Text Box: Radon, Inc. is a full service solution based Radon Measurement and Mitigation company dedicated to making life safer for the families of South Central Wisconsin and metropolitan Richmond, Virginia. We are NEHA & NRPP certified for both Radon Measurement and Mitigation.
Radon is a colorless, odorless, inert, radioactive gas which occurs naturally from the radio-active decay of Uranium-238 deep within the earth. Radon is the second leading cause of lung cancer after smoking resulting in over 20,000 deaths annually in the US. Every home has some level of Radon. You can’t smell, see or taste it; testing is the only way to know the level in your home. We provide links to other sources on the dangers of Radon in the home. 
Our services include several inexpensive testing options depending on how involved you want us to be. Once you know your Radon level we will partner with you to develop a strategy to safely and economically lower your home’s Radon level.  If you are a do-it-yourselfer, we can provide both the materials and support for you to safely reduce the Radon levels in your own home. We can also send one of our teams in to install the systems which we know will lower your Radon level—then we’ll guarantee to meet a pre-contracted level for your home. Our average post mitigation level is below .6 pCi/L. Check out our Mitigation page for a discussion of how Radon enters the home and how we get it out safely.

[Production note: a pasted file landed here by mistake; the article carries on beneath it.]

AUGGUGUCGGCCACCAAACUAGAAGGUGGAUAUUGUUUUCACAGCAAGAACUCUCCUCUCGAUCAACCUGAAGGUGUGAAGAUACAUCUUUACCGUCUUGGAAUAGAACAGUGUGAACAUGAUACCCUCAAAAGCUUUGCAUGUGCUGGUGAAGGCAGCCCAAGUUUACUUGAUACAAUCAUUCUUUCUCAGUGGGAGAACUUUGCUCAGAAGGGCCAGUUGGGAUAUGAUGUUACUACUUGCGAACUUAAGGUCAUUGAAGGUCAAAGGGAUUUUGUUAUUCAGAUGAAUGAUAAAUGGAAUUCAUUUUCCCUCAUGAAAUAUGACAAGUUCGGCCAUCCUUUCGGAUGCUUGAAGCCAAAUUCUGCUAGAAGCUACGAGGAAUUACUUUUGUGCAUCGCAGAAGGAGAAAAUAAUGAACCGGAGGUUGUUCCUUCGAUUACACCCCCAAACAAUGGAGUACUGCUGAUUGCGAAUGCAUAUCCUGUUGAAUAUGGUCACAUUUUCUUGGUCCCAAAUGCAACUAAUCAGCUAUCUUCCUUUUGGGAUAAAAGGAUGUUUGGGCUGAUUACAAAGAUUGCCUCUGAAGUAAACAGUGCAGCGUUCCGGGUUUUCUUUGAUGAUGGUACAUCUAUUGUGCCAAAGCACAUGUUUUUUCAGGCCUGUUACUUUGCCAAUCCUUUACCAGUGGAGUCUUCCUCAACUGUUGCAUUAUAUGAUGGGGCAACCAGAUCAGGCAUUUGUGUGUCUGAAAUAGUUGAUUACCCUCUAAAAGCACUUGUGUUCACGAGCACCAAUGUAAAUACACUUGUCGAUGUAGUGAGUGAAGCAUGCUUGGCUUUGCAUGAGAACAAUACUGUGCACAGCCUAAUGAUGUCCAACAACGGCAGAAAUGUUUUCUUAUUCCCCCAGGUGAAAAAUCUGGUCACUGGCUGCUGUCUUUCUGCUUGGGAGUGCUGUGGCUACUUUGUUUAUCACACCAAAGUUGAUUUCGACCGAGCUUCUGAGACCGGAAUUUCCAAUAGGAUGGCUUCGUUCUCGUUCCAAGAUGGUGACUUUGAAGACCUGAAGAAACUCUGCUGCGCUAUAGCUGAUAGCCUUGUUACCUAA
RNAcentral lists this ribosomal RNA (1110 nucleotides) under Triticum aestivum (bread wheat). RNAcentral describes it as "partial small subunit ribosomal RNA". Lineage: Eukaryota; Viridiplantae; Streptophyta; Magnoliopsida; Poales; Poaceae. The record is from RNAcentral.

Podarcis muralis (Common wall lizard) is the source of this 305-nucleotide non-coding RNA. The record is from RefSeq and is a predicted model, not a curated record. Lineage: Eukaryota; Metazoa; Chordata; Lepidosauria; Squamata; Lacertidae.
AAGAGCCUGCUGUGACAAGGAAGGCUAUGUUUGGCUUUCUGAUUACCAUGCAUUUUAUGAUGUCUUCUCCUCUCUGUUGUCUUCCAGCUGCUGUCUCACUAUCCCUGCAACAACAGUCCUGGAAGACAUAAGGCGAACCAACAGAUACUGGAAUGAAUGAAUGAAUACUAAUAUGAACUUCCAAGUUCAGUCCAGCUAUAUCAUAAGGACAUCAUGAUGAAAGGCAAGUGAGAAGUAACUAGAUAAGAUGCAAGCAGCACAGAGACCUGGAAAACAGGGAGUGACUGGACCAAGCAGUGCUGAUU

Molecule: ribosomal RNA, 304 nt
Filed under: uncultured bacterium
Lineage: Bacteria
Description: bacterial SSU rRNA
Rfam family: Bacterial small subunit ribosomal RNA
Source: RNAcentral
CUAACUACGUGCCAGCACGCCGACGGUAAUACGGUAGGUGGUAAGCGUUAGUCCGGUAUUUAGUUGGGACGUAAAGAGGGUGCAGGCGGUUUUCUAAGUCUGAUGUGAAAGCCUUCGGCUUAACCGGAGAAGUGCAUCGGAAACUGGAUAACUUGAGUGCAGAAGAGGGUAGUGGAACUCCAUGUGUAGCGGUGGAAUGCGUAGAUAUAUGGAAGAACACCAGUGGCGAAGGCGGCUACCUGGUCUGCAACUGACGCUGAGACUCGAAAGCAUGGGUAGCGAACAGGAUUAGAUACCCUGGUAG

4 of 10 homes in Dane County. WI area don’t even meet the EPA standard of 4 pCi/L compared to the national average of 1 in 15. In Richmond the average in-home level is 3.9 pCi/L compared to the national average is 1.3 pCi/L indoors and .4 pCi/L outdoors. The facts are clear—Radon is the leading cause of lung cancer among non-smokers. Based on the EPA’s Linear No-Threshold Model no level of Radon is safe, reducing it to a minimum in you home is the key. Simply put, reducing Radon level in your home reduces you family’s risk of lung cancer. 
Testing is inexpensive and easy. If levels are unacceptable the cost of mitigation can run as little as $500 and rarely exceeds $1,000.